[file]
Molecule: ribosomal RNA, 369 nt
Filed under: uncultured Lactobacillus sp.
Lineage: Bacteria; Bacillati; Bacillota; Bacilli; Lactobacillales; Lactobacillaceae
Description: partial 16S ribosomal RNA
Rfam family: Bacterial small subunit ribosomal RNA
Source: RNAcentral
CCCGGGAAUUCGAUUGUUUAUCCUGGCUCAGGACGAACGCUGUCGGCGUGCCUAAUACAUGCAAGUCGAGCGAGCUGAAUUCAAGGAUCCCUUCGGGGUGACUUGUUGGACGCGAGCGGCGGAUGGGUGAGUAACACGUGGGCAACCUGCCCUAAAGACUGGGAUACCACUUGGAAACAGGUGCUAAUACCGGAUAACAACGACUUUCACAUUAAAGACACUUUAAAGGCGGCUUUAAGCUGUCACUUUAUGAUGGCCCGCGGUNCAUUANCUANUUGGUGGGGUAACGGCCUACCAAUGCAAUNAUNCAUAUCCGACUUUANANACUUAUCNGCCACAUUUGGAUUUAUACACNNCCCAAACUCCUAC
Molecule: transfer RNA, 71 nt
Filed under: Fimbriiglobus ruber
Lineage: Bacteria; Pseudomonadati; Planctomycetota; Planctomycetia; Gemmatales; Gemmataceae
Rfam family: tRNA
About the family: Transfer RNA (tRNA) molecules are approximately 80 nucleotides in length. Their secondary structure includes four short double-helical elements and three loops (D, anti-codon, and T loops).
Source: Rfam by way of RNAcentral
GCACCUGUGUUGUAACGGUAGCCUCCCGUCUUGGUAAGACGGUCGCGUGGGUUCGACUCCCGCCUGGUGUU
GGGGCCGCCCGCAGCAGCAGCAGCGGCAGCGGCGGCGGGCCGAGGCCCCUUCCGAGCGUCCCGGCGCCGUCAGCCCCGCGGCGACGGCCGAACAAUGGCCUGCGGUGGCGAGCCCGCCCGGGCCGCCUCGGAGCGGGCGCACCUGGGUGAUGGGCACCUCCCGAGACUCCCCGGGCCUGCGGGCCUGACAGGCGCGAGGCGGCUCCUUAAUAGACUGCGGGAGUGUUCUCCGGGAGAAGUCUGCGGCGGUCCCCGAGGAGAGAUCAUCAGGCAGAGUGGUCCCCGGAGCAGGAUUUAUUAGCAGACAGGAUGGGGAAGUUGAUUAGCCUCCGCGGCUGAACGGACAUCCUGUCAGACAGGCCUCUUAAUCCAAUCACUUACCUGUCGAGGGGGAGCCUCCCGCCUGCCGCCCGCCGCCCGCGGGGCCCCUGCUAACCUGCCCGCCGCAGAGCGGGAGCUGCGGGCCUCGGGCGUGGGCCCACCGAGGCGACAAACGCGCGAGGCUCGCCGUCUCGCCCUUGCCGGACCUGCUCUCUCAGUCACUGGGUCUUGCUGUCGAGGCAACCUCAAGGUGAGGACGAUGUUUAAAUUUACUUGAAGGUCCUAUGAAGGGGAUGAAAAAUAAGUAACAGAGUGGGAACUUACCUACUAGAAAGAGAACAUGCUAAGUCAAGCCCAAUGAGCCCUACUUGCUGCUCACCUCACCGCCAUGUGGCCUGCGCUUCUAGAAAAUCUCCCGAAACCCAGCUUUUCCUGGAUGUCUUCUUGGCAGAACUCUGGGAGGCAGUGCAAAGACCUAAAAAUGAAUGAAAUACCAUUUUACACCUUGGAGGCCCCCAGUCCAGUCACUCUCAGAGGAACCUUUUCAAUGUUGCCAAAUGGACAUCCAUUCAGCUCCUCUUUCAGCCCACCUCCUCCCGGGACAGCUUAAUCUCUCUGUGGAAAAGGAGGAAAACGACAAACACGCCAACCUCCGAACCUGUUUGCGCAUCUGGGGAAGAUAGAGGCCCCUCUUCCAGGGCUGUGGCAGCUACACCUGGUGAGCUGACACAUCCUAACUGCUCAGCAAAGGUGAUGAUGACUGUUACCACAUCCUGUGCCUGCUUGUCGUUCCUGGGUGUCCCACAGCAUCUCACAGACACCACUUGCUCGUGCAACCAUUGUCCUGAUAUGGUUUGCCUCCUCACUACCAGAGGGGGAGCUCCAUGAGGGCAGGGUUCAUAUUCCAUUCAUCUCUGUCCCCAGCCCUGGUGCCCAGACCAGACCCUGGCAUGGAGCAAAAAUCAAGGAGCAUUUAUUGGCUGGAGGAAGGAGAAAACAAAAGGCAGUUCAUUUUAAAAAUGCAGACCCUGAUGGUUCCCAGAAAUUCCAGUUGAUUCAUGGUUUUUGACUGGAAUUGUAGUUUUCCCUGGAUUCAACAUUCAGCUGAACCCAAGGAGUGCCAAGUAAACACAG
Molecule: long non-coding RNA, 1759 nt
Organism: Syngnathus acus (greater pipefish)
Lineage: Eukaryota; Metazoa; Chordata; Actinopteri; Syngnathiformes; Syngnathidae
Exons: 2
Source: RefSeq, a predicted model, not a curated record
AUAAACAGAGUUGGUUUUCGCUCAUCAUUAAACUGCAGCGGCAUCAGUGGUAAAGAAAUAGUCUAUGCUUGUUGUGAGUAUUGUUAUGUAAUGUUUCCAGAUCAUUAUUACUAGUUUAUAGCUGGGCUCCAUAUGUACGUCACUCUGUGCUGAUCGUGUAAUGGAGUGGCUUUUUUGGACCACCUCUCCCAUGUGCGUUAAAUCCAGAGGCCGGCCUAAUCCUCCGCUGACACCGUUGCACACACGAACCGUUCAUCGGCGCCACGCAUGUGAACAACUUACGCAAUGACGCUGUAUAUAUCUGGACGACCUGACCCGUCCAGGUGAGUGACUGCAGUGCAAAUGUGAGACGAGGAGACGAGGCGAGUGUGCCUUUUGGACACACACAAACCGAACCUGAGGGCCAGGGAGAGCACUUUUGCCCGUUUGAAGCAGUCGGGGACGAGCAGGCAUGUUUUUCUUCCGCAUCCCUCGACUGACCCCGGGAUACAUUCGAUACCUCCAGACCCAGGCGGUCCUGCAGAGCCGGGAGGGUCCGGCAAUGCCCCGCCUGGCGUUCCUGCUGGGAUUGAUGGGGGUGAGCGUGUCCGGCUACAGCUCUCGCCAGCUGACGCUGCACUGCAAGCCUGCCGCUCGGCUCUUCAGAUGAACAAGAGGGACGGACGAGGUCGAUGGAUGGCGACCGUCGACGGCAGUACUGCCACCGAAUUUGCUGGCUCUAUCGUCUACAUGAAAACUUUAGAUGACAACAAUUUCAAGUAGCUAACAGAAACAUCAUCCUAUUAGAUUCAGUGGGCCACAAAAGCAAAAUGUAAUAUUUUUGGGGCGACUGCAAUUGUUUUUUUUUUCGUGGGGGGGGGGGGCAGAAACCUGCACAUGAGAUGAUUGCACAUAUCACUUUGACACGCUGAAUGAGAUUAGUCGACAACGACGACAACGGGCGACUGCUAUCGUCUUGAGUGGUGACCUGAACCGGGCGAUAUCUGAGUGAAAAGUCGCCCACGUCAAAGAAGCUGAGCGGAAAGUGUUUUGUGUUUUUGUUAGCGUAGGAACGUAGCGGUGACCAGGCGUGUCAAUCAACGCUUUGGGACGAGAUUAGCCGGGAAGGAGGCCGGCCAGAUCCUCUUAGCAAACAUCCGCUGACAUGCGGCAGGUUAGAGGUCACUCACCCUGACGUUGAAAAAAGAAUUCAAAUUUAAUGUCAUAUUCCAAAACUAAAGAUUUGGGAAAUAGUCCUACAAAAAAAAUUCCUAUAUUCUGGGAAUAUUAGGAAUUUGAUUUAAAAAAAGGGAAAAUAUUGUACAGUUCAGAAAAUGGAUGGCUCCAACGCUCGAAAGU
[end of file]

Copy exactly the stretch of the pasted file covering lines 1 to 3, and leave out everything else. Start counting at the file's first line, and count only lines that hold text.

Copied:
Molecule: ribosomal RNA, 369 nt
Filed under: uncultured Lactobacillus sp.
Lineage: Bacteria; Bacillati; Bacillota; Bacilli; Lactobacillales; Lactobacillaceae